The catalyst for change came from catastrophe in Kenya, when farmers in the western part of the country lost their maize harvest to disease in 2012. At that time, Jacinta Majimbo, a bean farmer from Bungoma district in Western Kenya, could never be sure what her harvest might yield. Without access to quality seed, she often ended up with plants that only had a few pods.Then she discovered bean KK-8. This large red mottled bean is now available in clear packaging with labelled credentials. She knows exactly what she’s buying: an early-maturing seed that’s resistant to root rot; cooks quickly and is high-yielding.For Jacinta, the advantages of harvesting an additional 35 kilograms of beans each season are obvious. “It provides more food, and I can sell some to pay for school fees and other expenses,” she says. “KK-8 has made a big difference.” Yet until a few years ago, she had never heard of it – or been able to find it at the market. Taking better seeds to scale During the time that Kenya’s maize was hit by disease, Jonathan Mayer, joint-owner of Bubayi Products Ltd – a family-run seed business in Kenya’s North Rift region – saw a big gap in the market to provide seeds of alternative crops. “I saw what disease was doing to maize. It was wiping out entire harvests. Farmers needed access to alternative crops that weren’t available at their local agro-dealer,” he said. Bubayi had the necessary infrastructure, land and skills to produce “quality seed” of a sufficiently high standard for sale to farmers. And unlike other companies, they were also willing to take the risk and invest their own money. Joining forces with One Acre Fund – with a ready market of 167,000 potential customers with a growing interest in bean seed – they took the risk. Tapping the emerging market Bubayi, One Acre Fund and the Kenyan Agriculture and Livestock Research Organization formed a public-private partnership, supported by the Syngenta Foundation for Sustainable Agriculture, to make KK-8 and other improved beans available to farmers. Led by KALRO, in partnership with CIAT through the Pan-Africa Bean Research Alliance, it brought together seed companies, individual seed entrepreneurs, bean traders and processors in Kenya.As explains CIAT’s Jean-Claude Rubyogo, a seed systems specialist and member of the PABRA network: “The private sector has the infrastructure and investment to really increase bean production. Through partnerships, we’ve seen a dramatic increase in seed availability and accessibility across Africa.” Dr. Reuben Otsyula, from KALRO’s research station in Kakamega, partnered with Bubayi to produce breeder seeds – a necessity in bean seed systems. He provided 80 grams of another high-performing bean, CAL194, to Bubayi Seed Company in late 2014. Two years later, there are 7,550kg of breeder seeds in bags waiting to be sold. “That’s the power of the private sector,” said Rubyogo. “The partnerships have transformed bean markets in Rwanda, Burundi and Kenya – successes which can be replicated in other countries,” said George Osure, Regional Director for the SFSA in East Africa. “The partnerships have transformed bean markets in Rwanda, Burundi and Kenya – successes which can be replicated in other countries.” George OsureRegional Director, Syngenta Foundation in East Africa Market-driven demand: listening to the consumer Improved bean varieties are now commercially available, through licensing of released varieties to private companies. This model has also sped up improved seed releases in other countries, through the Common Market for Eastern and Southern Africa (COMESA), for example. A formal process of release documentation in catalogues, for instance, means that iron-biofortified beans previously released in Rwanda, did not need to go through rigorous variety registration procedures all over again when they were released in Burundi. The return on investment speaks for itself: a US$1 million donor investment has already generated more than US$3 million in improved seed revenues. A total of 146,000 farmers in Rwanda, Burundi and Kenya now have access to improved bean varieties – on average, 15kg per farmer. This is estimated to bring in a potential income of US$248 per farm in each country. Farmers like Jacinta are realizing that with a minimal investment in higher quality, certified seeds they can triple their yields and avoid disappointment at harvest. Photo credits: Jean-Claude Rubyogo Call to Action: Further investment is required to scale this approach in Tanzania, Uganda, Malawi, Zimbabwe and Zambia to register varieties and issue licences translating into royalties with private companies from 2017. Policy makers need to invest in improved cross-country cataloguing standards, to spur cross-border trade and speed up new varieties releases, making business more attractive as economies of scale come into play. Investment by the private sector in the long-term is required to ensure licenses stay relevant for smallholder farmers and benefit them.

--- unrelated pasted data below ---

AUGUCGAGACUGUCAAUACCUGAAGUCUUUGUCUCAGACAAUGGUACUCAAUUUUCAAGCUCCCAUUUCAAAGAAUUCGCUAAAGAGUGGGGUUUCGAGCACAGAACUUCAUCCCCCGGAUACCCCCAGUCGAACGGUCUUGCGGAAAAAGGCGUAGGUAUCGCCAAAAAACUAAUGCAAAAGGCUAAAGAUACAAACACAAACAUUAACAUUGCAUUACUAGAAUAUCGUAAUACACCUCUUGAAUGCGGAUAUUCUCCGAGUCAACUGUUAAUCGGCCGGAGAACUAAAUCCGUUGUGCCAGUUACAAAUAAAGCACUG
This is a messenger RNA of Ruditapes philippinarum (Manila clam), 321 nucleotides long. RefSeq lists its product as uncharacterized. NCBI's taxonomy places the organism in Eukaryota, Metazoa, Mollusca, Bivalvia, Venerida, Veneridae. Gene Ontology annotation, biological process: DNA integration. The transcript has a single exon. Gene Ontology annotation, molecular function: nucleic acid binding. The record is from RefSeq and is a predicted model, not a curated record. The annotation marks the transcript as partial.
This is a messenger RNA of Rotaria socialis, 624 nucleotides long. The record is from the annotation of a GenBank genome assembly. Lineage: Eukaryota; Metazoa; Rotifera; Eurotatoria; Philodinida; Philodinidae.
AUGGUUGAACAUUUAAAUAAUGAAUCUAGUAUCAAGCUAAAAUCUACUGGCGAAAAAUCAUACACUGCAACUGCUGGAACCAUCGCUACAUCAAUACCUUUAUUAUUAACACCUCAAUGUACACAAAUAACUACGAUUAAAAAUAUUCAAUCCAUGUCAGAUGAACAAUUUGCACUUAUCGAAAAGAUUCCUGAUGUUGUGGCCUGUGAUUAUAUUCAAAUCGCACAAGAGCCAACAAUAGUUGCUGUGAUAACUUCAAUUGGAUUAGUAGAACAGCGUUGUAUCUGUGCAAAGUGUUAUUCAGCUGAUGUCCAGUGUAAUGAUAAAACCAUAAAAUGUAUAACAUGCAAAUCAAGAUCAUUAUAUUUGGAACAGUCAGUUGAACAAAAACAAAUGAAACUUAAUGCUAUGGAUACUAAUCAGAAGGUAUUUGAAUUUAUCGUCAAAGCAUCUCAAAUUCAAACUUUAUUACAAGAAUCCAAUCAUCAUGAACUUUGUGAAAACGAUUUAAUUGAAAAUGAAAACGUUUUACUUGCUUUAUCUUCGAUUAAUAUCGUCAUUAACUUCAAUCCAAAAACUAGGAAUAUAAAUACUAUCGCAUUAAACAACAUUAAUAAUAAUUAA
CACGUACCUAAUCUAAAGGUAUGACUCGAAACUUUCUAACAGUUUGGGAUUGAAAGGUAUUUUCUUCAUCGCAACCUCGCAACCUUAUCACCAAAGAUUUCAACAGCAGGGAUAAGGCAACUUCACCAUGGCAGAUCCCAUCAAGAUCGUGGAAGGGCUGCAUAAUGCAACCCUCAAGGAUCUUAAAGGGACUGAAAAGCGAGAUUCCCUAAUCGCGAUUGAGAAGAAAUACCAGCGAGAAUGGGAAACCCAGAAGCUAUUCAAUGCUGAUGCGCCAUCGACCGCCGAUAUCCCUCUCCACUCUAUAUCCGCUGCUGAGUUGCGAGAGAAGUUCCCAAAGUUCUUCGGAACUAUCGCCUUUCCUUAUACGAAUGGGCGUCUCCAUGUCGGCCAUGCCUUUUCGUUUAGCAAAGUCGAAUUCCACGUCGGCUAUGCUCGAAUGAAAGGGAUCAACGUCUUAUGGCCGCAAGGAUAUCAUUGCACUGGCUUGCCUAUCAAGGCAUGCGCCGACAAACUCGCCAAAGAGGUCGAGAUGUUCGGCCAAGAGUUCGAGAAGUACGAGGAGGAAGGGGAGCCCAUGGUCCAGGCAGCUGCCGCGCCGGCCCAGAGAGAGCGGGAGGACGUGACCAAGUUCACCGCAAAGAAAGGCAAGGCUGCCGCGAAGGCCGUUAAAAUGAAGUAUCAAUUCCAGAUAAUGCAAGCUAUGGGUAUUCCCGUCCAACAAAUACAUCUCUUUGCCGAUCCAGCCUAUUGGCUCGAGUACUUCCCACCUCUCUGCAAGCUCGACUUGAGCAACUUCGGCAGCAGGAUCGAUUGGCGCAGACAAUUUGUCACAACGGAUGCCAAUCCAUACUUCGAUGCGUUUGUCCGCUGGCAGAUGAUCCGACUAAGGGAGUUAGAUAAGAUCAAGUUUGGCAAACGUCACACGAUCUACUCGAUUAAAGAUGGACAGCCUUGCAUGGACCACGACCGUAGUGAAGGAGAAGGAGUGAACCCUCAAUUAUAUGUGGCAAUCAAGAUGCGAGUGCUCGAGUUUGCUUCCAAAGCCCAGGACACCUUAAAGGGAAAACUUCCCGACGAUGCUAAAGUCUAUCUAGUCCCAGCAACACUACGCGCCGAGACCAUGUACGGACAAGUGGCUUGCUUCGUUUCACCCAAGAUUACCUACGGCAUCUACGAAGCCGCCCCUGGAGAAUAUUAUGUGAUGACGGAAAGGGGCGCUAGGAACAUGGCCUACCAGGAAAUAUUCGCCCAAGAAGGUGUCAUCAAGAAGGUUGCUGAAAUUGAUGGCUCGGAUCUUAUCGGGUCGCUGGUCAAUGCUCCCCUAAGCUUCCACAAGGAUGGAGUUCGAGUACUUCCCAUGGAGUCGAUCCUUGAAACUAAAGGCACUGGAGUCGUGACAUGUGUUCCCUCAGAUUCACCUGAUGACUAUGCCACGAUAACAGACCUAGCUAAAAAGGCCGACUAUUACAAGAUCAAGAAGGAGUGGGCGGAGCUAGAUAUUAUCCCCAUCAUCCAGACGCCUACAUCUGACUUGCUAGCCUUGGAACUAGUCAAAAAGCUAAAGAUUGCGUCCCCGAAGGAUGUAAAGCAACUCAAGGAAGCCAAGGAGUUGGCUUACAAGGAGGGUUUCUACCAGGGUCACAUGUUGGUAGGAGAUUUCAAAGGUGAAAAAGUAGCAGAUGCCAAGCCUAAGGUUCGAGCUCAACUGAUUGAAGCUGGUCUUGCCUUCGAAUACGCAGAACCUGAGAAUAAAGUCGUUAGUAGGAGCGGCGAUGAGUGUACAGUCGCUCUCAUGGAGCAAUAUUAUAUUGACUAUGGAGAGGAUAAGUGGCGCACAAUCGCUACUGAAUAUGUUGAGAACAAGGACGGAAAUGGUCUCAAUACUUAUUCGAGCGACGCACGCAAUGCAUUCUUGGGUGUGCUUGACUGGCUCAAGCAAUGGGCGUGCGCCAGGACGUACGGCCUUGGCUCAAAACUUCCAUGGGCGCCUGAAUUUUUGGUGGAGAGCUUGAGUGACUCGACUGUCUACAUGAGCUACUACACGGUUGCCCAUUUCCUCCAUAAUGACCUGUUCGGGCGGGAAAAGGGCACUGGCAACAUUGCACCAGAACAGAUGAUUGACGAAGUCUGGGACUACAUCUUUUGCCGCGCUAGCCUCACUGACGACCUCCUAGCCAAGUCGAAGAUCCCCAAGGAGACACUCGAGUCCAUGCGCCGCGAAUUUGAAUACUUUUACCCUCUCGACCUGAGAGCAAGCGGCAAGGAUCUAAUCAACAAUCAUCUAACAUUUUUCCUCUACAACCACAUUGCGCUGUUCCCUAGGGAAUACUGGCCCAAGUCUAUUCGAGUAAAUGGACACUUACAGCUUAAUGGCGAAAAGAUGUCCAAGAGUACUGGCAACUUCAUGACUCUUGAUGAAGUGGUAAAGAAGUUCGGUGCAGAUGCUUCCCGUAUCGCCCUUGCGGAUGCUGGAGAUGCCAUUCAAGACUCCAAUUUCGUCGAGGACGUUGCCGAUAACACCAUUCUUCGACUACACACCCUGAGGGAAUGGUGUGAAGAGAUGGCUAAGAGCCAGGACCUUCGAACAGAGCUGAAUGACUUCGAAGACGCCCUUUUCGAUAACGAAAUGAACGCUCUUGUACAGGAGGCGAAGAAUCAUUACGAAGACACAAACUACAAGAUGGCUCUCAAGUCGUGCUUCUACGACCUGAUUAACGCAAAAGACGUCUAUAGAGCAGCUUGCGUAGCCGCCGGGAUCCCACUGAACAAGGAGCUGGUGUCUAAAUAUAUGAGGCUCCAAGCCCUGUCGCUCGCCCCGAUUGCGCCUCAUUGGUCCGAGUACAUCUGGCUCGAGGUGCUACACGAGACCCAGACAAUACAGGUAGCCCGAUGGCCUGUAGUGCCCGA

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  • R&D helping Africa have special beans to fight anaemia